Around Cook County
Flu shots are available at the Sawtooth Mountain Clinic.
Teresa Borak RN of Sawtooth Mountain Clinic reported Thursday afternoon that the clinic has Flu vaccine available for children ages 6 months to 35 months, and, age 4 years and older.
The Clinic will have extra staff available from 1 to 4 PM, Friday to give injections, but people can come in anytime.
"It would be beneficial if you could come during that time, but we will NOT turn anyone away," she said,. "It is not too late to get your Flu shot,"
More information is available from the Clinic at 387-2330.
Mayor Larry Carlson reported that he has received a complaint about the blasting being done at the construction site at the high school. He said the caller didn’t like it that the blasting was being done until 8 p.m. Administrator Mike Roth said there is no ordinance prohibiting or restricting the hours of such activity, and the construction crews are doing the blasting between 4 and 8 p.m. so as not to disturb the students while school is in session.
“You would be hard-pressed to do something before it [blasting] is completed,” Roth said when asked about the possibility of drafting and enacting an ordinance before the construction is done. Councilors agreed that such action is not necessary. The blasting is being done to make way for the new YMCA swimming pool.
Things are heating up on the ice at Birch Grove Community Center. Four teams are signed up for the third annual Birch Grove Boot Hockey Tournaments, to be held Friday, Jan. 25 at 5:45 and Sat. Feb. 9 at 4 p.m.
If you’d like to join the fun, contact Birch Grove Foundation Director Patty Nordahl at Birch Grove Foundation by e-mail at firstname.lastname@example.org or call (218) 663-7977 (Wednesdays) for complete registration and signup information.
The cost to participate is $20 for both dates; $15 for one date per team.
Teams need 5-6 players ages 12+ to participate in a 25-minute game. Co-ed and mixed age level teams are welcome! Each participating team will receive a large pizza sponsored by Grand Marais State Bank and Sven and Ole’s Pizza.
Not interested in playing? Come watch the action and warm up by the bonfire. Pizza will be available for sale.
The U.S. Environmental Protection Agency has made public the final regulations aimed at cutting pollution from taconite plants that causes haze over northern Minnesota wild areas.
Included in the regulations is the Northshore Mining Co. operation in Silver Bay.
The regulations come after months of delay and will force some taconite operations to add expensive new pollution control equipment to curb nitrogen oxides, or NOx, and sulfur dioxides, SO2.
According to a Duluth News Tribune report Thursday morning, environmental and public-health groups, and now the EPA, say that pollution causes haze over pristine areas like the Boundary Waters Canoe Area Wilderness and Isle Royale and Voyageurs national parks. The groups and the EPA say it also can cause lung ailments in people.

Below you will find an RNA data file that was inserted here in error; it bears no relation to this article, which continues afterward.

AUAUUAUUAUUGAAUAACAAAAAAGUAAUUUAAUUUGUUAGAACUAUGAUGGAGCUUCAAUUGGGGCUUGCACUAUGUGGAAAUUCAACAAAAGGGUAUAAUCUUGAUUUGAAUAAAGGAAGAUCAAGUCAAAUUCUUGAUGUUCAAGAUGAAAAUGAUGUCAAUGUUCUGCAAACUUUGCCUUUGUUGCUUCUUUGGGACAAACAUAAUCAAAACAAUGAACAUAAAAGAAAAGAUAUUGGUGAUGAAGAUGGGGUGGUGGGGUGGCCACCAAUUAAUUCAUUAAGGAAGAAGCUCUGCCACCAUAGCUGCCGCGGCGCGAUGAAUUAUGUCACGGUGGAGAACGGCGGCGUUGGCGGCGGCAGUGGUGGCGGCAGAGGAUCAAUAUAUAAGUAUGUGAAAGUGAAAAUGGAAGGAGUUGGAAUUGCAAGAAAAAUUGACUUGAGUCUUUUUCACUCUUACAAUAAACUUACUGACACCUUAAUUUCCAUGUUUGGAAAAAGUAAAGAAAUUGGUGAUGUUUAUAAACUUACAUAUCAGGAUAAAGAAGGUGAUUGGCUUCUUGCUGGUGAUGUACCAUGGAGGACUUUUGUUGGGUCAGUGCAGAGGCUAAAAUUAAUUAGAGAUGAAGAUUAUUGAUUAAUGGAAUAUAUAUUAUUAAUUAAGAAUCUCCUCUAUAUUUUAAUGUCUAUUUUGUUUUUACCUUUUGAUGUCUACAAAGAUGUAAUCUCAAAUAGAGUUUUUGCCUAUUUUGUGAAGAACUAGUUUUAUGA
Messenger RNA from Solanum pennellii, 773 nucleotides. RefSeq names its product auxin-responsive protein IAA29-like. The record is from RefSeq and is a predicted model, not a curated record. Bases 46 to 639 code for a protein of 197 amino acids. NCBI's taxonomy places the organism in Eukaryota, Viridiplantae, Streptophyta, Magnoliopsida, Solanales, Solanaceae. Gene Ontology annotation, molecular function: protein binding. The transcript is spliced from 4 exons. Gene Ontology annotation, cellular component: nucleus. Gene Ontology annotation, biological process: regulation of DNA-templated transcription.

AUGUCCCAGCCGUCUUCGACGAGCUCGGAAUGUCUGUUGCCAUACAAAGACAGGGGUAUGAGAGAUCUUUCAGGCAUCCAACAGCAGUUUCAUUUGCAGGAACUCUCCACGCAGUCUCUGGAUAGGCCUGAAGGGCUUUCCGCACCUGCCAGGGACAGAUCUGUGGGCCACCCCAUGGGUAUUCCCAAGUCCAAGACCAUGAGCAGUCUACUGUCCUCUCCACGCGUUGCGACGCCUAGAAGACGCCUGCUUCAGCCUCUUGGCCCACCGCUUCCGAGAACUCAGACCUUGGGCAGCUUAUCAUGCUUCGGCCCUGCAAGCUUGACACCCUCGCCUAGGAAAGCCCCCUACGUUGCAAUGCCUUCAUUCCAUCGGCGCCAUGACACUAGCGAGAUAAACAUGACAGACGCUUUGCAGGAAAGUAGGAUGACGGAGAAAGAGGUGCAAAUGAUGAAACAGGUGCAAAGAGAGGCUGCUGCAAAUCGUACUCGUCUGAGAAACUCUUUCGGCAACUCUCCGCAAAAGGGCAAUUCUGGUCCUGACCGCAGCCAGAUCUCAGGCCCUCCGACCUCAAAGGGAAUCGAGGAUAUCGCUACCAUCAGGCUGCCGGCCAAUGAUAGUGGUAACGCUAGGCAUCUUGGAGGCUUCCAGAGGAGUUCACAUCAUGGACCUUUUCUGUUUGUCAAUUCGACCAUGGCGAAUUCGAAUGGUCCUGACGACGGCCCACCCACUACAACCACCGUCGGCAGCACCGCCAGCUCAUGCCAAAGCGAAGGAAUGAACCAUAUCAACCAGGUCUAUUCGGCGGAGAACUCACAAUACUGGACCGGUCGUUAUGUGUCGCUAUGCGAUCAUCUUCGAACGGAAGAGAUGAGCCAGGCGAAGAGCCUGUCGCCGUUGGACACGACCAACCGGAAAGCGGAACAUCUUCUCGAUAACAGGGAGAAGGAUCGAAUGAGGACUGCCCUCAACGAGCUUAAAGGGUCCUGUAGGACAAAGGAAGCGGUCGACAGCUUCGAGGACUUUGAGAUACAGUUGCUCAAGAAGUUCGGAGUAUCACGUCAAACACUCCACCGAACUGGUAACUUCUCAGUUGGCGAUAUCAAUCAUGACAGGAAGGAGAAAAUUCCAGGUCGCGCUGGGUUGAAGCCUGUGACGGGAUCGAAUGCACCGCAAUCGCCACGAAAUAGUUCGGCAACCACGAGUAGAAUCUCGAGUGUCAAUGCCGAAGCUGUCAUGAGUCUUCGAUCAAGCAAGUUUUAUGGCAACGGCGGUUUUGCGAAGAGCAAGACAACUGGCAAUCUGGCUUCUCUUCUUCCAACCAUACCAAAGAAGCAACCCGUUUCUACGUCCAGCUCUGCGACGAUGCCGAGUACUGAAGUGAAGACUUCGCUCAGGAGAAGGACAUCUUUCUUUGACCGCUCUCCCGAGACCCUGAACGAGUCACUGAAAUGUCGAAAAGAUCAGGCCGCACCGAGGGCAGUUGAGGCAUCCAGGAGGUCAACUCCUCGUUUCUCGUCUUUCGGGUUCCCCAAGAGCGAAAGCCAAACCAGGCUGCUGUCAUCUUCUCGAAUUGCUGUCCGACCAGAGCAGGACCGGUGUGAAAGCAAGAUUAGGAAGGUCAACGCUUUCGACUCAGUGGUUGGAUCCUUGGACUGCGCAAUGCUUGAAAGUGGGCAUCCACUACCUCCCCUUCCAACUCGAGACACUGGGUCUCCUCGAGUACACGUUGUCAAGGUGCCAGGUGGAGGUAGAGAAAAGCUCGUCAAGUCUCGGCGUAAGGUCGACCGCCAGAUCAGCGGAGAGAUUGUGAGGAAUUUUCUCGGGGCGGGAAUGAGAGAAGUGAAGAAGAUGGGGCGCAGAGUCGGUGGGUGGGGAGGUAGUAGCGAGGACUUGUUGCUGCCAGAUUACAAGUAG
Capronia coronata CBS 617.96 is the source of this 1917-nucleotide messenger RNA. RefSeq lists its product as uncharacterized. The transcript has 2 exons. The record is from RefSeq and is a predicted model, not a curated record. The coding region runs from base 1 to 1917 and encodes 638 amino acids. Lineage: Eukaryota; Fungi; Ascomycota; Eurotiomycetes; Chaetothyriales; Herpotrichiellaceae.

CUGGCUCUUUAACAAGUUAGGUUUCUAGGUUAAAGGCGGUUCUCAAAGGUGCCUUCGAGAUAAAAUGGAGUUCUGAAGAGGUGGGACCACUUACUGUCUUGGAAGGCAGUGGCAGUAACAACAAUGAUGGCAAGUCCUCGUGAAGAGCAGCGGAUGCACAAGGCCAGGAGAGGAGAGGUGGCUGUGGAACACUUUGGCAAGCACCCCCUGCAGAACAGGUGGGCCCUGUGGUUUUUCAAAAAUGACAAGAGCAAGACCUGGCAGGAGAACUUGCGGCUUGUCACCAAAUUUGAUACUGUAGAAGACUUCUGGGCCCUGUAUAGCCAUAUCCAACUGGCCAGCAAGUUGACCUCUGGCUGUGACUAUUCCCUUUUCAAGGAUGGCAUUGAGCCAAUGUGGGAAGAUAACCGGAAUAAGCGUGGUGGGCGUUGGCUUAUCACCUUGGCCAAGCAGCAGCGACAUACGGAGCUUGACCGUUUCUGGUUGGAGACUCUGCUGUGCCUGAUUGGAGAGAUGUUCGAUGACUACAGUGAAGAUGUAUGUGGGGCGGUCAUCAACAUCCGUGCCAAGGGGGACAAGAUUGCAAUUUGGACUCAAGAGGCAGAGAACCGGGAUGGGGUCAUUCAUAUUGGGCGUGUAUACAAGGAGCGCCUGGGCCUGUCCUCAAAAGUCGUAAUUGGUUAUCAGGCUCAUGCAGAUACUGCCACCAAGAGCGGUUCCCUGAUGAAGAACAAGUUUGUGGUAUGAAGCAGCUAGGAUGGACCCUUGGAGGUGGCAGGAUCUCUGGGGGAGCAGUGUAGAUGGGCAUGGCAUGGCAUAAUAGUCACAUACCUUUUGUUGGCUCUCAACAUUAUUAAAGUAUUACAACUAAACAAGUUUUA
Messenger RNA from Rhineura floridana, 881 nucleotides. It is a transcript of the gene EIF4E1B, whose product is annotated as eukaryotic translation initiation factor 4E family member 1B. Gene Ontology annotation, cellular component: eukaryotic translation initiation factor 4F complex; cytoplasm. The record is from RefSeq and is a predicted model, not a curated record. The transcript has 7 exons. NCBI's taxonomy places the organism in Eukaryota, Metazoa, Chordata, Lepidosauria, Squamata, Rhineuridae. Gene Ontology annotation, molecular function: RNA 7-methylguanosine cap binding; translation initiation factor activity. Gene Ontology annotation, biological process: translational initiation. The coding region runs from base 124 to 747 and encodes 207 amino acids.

The plan “will reduce pollutants that are harmful to people’s health and impair visibility in national parks and wilderness areas,” the EPA said in announcing the final rule. The agency said the pollution controls are expected to reduce NOx emissions by about 22,000 tons per year and SO2 emissions by about 2,000 tons per year.
The News Tribune reports the rules affect all six taconite operations in Minnesota as well as the lone taconite operation on Michigan’s Upper Peninsula. New plants also would be expected to meet the standards. Many coal-fired power plants already have been required to make similar upgrades.
The federal government stepped in after regulators concluded that the Minnesota Pollution Control Agency didn’t go far enough to limit haze from taconite plants. The state in April essentially said the industry was doing all it could within reason to control haze pollution.
Amy & Adams of St. Paul will be performing at O'Phelan's Pub at Cascade Lodge on Friday, Jan. 18 from 7:00 – 9:30 p.m.
Amy & Adams share their inspiring upbeat music with folks in the Midwest and beyond, and for nearly two decades they’ve touched audiences of all ages at schools, churches, libraries, city parks, art fairs, weddings, wineries, radio, television, and especially elder care facilities.
Amy and Mark Adams-Westin found each other in the Twin Cities after decades of playing in their own worlds. They’ve produced five well-received CDs that have garnered national and international airplay; they cover a musical territory far wider than folk which they’ve dubbed Eclectic/FolkRock/ TinPanAlley/BluesGrass.
Their newest CD, Gone…aloft may be heard at http://airplaydirect.com/music/amyandadams.
The North Shore Visitation Center provides a safe place for families who need supervised visits among parents and children. Annie DeBevec (D Beh vic) and Lucy Perpich talked with WTIP's DayBreak host Roger Linehan about who the program is for, how it works and the change in leadership from Annie to Lucy.